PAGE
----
Fish oil supplements – your ultimate guide


Fish oil is one of the most commonly consumed dietary supplements. But what are fish oil supplements and do their health benefits live up to the hype. If you do take them, how can you get it right?

Polyunsaturated Fatty Acids– what are they?

Polyunsaturated Fatty Acids (PUFA’s) are essential fats. This means that you must get them from your diet as your body can’t make them. The term “polyunsaturated” refers to the chemical structure. “Poly” means many and “unsaturated” refers to double bonds. Multiple double bonds in PUFA’s are crucial structure components in cell membranes. Each double bond causes a kink in the fat molecule which produces a complex 3-dimensional shape. These highly specific shapes run major signalling systems throughout the body. The signalling molecules are called prostaglandins and are involved in regulating various biological processes such as the inflammatory response.

There are two major families of essential fatty acids. Omega-3 and omega-6. “Omega” 3 refers to the position of the final double bond in the chemical structure which is three carbon atoms from the “omega” or tail end of the molecular chain.

  • Omega (Ω) 3 fats. Those with most power in the body are called eicosapentaenoic acid (EPA) and docosahexanoic acid (DHA). They are primarily found in oily fish. Smaller Ω3 fatty acids are found in plants, such as flaxseed and pumpkin seeds. Though somewhat beneficial, mammals are poor at utilising them to generate the more useful EPA and DHA. Omega-3s contribute to typical brain and eye development. They fight inflammation and may help prevent heart disease and a decline in brain function.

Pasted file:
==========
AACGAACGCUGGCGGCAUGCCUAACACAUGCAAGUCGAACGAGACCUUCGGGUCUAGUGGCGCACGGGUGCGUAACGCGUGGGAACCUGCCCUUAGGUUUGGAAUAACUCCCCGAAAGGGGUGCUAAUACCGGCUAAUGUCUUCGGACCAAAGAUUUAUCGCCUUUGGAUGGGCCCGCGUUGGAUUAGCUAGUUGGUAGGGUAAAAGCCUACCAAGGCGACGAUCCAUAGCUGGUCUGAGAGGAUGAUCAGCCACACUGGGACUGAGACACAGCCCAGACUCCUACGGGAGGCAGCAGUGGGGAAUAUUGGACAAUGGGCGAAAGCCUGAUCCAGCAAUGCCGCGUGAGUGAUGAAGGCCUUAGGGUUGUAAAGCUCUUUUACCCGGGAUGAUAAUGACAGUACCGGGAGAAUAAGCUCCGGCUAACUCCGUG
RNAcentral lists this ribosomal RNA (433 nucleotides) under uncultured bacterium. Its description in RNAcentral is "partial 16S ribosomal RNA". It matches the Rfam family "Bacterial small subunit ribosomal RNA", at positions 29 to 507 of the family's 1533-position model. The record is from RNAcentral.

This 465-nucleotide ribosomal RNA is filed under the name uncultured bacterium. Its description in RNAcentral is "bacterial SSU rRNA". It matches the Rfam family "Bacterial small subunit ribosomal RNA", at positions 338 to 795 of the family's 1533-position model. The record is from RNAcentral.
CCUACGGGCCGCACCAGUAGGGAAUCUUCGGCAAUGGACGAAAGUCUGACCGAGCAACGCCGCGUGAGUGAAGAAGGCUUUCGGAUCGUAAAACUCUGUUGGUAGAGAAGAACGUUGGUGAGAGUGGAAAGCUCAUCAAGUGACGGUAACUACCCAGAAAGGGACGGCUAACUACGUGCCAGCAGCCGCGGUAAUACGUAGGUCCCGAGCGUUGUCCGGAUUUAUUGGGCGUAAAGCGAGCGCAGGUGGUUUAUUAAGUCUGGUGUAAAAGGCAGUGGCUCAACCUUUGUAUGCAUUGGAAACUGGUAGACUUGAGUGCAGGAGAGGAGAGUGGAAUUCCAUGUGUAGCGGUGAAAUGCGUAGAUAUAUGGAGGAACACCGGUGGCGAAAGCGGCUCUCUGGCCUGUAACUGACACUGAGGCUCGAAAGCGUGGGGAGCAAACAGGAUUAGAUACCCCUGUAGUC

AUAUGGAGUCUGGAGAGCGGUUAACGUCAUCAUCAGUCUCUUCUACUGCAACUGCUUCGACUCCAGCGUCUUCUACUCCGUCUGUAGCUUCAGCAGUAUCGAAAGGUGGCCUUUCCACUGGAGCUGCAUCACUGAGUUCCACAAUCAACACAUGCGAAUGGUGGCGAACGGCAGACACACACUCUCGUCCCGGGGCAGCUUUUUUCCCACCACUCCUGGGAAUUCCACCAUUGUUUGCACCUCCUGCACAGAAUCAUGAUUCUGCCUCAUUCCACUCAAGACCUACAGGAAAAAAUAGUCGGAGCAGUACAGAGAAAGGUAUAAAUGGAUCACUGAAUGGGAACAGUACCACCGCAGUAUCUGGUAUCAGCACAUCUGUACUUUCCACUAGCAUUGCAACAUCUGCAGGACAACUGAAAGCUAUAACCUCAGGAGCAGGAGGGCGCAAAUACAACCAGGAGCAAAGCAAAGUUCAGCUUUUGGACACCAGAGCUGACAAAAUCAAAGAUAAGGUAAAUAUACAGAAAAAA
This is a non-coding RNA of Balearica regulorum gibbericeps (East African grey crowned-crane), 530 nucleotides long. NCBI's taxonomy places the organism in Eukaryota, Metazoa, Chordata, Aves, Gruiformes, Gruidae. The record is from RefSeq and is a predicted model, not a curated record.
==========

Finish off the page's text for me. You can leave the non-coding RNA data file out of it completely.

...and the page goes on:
• Omega (Ω) 6 fats. Sources of Ω6 fatty acids include refined vegetable oils, such as sunflower, corn and rapeseed oil, nuts and seeds.  Omega-6 fats are involved in signalling pathways and also provide energy for the body. In our normal modern diets, almost all of us consume more Ω6 than required. 

Many people think of omega-9 fatty acids as essential however they aren’t as the body can product them. Omega-9 fatty acids are monounsaturated meaning they only have one double bond. Replacing some saturated fats with omega-9 fats maybe beneficial to your health. Omega-9 fats are common in vegetable and seed oils, nuts and seeds.

Docosahexaenoic acid

Recommended intake of Essential fatty acids

Recommendations for essential fats vary widely from country to country however most health organizations recommend an intake of at least 250-500mg of combined EPA and DHA per day. The World Health Organisation recommends an increase in dosage to 1.1–1.6 grams of omega-3 fatty acids per day if you are pregnant, breastfeeding or at risk of heart disease.

To meet the recommended intake of essential fats in the diet it is recommended that you eat two portions of fish per week, one of which should be oily. One portion of fish being 140g of fresh fish or 1 small can of fish. Oily fish includes mackerel, kippers, pilchards, sardines, trout, herring, salmon, crab(fresh) and whitebait.